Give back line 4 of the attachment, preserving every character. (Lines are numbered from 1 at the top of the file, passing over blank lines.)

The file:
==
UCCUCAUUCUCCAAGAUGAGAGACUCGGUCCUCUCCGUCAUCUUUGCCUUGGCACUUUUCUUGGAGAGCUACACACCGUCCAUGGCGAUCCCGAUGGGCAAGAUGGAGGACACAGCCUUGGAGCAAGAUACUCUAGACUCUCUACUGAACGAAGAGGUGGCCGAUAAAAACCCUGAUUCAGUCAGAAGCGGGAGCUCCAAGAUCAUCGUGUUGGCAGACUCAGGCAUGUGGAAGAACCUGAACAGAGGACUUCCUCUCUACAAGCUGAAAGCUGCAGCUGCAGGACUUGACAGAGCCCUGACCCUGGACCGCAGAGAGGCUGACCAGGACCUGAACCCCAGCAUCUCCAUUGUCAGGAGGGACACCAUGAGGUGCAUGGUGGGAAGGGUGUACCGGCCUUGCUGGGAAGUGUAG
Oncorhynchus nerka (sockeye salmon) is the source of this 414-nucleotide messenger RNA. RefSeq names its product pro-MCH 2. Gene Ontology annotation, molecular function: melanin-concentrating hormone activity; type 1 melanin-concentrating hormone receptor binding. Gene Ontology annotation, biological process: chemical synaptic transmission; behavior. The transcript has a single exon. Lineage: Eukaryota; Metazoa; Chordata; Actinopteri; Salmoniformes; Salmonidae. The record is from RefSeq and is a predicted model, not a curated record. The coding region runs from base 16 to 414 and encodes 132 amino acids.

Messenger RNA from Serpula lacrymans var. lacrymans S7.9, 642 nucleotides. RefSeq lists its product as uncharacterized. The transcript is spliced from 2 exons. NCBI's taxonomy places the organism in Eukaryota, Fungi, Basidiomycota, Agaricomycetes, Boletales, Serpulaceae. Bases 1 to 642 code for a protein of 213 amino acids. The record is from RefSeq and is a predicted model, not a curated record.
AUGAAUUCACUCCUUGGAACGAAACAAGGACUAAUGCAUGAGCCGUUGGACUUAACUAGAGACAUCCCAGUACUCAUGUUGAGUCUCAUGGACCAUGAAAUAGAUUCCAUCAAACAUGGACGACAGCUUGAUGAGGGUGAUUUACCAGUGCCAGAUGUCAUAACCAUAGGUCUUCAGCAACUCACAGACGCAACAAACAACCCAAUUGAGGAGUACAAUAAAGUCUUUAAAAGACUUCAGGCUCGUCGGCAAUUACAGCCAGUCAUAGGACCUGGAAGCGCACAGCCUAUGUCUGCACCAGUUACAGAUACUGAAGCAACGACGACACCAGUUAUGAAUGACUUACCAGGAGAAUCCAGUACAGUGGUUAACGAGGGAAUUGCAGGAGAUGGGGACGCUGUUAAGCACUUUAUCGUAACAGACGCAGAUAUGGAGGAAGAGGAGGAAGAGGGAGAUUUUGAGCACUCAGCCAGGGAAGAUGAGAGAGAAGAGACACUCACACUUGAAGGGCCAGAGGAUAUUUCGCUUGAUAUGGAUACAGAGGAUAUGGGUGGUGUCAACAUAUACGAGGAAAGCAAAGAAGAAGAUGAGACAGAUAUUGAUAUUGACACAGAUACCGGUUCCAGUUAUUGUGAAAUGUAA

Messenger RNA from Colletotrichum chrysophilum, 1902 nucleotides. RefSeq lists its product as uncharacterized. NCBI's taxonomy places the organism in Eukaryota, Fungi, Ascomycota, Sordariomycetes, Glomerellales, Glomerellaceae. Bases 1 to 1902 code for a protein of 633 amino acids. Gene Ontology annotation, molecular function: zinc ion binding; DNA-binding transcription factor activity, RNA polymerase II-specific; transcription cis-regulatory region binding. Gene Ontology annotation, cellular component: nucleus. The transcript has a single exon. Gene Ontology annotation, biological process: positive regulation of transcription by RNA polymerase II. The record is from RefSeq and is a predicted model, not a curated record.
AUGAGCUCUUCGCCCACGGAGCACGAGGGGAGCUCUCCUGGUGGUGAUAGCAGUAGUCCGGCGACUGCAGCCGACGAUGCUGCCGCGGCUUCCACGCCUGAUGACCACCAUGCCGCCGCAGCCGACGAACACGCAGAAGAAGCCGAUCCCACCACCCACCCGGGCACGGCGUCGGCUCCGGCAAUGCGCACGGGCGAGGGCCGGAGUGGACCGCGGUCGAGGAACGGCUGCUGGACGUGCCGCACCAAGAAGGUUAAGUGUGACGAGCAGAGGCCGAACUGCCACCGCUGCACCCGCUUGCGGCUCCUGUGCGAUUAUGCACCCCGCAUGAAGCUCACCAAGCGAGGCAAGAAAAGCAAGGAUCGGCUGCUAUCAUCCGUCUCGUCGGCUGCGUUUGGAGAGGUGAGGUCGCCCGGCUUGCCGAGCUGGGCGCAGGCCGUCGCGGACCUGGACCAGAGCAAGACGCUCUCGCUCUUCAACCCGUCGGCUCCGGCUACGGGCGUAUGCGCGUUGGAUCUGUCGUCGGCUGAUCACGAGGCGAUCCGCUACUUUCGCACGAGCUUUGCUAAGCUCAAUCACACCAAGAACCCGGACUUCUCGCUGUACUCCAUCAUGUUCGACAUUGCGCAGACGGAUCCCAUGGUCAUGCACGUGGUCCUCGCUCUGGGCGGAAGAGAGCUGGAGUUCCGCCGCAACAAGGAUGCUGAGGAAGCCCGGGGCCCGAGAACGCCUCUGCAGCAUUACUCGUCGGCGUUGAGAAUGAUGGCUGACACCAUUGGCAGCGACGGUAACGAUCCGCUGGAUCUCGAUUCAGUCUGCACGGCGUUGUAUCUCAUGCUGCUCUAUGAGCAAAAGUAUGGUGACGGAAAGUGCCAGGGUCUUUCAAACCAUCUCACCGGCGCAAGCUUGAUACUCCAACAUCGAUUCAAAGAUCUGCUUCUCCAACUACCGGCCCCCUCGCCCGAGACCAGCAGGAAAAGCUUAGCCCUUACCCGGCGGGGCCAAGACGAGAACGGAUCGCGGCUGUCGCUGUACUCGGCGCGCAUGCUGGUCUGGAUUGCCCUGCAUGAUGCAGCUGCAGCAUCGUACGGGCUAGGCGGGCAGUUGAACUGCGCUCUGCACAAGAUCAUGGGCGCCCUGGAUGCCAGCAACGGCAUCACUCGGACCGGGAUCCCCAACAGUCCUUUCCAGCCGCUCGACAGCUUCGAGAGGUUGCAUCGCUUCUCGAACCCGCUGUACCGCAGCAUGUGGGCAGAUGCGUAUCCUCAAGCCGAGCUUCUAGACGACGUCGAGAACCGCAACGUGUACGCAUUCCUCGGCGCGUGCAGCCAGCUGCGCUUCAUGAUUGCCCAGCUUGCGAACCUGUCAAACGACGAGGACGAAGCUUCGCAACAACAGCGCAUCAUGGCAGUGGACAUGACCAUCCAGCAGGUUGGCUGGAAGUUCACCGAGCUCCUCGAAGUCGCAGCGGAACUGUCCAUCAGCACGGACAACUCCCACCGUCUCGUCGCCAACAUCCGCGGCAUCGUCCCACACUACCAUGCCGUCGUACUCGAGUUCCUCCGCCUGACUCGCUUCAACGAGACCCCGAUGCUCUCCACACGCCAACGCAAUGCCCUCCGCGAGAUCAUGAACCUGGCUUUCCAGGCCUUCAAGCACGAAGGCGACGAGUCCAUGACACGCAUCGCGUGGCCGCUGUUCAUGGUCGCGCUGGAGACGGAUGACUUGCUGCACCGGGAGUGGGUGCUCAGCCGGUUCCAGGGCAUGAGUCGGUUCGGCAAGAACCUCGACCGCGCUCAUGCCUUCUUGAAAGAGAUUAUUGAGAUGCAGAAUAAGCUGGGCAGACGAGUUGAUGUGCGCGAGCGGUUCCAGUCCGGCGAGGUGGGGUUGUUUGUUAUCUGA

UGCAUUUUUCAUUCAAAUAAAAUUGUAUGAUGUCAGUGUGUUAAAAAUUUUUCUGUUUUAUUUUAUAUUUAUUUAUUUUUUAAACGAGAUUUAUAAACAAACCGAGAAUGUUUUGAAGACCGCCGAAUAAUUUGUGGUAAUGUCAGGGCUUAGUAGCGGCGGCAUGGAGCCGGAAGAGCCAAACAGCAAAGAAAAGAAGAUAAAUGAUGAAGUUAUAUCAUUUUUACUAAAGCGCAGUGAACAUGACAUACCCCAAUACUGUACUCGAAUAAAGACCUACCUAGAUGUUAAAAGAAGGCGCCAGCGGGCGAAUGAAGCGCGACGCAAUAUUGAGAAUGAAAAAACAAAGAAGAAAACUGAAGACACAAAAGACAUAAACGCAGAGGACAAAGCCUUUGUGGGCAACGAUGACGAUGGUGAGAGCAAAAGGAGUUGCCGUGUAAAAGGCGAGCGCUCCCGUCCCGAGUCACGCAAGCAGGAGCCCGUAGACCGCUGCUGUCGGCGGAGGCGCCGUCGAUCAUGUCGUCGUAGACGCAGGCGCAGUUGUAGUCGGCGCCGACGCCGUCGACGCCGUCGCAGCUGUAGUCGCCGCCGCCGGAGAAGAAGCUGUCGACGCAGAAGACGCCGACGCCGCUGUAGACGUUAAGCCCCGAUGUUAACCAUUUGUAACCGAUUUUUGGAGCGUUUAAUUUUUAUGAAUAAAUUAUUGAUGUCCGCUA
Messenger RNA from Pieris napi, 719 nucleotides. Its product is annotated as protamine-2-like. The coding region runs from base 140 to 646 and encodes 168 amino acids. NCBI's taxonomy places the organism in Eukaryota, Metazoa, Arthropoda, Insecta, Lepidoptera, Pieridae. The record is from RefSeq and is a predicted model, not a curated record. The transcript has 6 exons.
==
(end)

AUGAAUUCACUCCUUGGAACGAAACAAGGACUAAUGCAUGAGCCGUUGGACUUAACUAGAGACAUCCCAGUACUCAUGUUGAGUCUCAUGGACCAUGAAAUAGAUUCCAUCAAACAUGGACGACAGCUUGAUGAGGGUGAUUUACCAGUGCCAGAUGUCAUAACCAUAGGUCUUCAGCAACUCACAGACGCAACAAACAACCCAAUUGAGGAGUACAAUAAAGUCUUUAAAAGACUUCAGGCUCGUCGGCAAUUACAGCCAGUCAUAGGACCUGGAAGCGCACAGCCUAUGUCUGCACCAGUUACAGAUACUGAAGCAACGACGACACCAGUUAUGAAUGACUUACCAGGAGAAUCCAGUACAGUGGUUAACGAGGGAAUUGCAGGAGAUGGGGACGCUGUUAAGCACUUUAUCGUAACAGACGCAGAUAUGGAGGAAGAGGAGGAAGAGGGAGAUUUUGAGCACUCAGCCAGGGAAGAUGAGAGAGAAGAGACACUCACACUUGAAGGGCCAGAGGAUAUUUCGCUUGAUAUGGAUACAGAGGAUAUGGGUGGUGUCAACAUAUACGAGGAAAGCAAAGAAGAAGAUGAGACAGAUAUUGAUAUUGACACAGAUACCGGUUCCAGUUAUUGUGAAAUGUAA